Wolfhoundian riffage offered enough ramshackle charm to somewhat obscure Callahan's darker, more penetrating writing. Likewise, Moonshake's musically bi-polar approach disguised his underlying political impulse. Here Callahan's lyricism finally, indelibly, proves him to be among the finest British pop craftsmen. This is his masterwork, a mélange of what has been called "mutant Eastern, West African, folk, blues and post-punk influences" . . . an improbable cross-cultural gumbo, yet one which coalesced into a swirling, kaleidoscopic psychedelia of emotion unlike any other record in this era. As with any recording favouring the avant-garde –works like Balaklava, Brian Jones Presents The Pipes of Pan at Joujouka, and The Heart Of The Congos– one might expect that the impact of English Primitive I will be revealed slowly, over a much longer span of time than the the too-often workaday product of today's independent music scene. With this album, Callahan takes his place alongside cult heroes Robert Wyatt, Scott Walker and Cathal Coughlan as a prime example of seemingly limitless artistic expression.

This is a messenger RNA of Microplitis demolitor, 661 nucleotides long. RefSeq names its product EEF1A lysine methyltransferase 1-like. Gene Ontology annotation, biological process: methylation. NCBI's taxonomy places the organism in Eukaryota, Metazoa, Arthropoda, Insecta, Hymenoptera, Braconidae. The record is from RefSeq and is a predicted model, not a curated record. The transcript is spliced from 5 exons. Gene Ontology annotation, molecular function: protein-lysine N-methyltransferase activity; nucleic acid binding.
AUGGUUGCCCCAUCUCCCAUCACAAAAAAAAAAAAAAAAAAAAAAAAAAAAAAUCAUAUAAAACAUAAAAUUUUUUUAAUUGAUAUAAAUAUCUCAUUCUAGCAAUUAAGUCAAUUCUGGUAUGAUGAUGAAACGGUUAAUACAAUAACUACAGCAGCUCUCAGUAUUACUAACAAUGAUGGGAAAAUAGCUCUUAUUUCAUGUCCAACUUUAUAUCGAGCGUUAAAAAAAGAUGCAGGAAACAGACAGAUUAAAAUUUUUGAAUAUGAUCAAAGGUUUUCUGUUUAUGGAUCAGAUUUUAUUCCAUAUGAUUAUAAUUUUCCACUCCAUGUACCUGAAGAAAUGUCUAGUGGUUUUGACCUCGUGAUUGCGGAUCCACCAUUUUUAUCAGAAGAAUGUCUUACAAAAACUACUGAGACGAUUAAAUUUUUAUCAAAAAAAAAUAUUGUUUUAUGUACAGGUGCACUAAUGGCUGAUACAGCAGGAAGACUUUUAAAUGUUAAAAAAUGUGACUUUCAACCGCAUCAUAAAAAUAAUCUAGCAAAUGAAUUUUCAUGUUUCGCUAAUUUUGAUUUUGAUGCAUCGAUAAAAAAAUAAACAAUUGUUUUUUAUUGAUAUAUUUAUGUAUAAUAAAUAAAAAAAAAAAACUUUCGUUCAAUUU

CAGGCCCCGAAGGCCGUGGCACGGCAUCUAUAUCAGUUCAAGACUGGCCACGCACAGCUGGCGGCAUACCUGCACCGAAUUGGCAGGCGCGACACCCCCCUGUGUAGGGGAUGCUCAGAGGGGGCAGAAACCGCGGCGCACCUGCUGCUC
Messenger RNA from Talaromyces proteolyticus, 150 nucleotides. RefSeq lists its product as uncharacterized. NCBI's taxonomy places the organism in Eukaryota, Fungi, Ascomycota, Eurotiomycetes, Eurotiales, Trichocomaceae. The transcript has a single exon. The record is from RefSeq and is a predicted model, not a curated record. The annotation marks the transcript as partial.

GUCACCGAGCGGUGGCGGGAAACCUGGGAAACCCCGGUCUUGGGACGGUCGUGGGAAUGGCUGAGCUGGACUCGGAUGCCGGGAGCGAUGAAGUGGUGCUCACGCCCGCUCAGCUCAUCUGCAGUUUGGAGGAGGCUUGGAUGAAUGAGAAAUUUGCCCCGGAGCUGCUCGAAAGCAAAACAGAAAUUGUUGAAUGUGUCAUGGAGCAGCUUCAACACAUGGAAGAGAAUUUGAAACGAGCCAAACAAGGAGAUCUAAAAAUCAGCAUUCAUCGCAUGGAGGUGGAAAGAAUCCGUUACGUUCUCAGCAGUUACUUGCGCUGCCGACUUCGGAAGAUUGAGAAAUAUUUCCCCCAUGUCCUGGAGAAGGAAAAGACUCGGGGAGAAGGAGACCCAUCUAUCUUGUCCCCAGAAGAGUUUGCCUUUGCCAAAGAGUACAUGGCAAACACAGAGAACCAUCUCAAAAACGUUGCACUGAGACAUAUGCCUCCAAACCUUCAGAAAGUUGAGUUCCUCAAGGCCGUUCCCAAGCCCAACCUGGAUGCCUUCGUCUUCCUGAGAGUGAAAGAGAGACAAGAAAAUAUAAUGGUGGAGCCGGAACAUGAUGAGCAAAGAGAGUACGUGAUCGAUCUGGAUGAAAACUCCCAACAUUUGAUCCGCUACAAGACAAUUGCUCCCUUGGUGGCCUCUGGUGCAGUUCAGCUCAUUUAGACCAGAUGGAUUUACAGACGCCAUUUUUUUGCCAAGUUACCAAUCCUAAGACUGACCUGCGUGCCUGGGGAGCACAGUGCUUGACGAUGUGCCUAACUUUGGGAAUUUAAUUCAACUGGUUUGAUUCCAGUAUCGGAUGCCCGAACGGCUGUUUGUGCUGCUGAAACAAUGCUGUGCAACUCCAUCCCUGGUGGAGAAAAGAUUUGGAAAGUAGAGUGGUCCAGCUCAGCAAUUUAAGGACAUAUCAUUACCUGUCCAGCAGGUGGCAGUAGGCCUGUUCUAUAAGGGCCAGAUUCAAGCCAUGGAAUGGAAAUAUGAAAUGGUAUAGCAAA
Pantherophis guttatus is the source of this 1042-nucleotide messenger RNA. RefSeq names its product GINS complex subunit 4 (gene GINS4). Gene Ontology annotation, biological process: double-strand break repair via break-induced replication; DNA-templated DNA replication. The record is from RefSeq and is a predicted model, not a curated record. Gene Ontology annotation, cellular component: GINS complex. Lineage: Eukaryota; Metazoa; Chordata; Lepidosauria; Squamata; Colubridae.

1. Born Of The Welfare State Was I
4. She's The King Of My Life
5. She Passes Through The Night
6. One Rainy September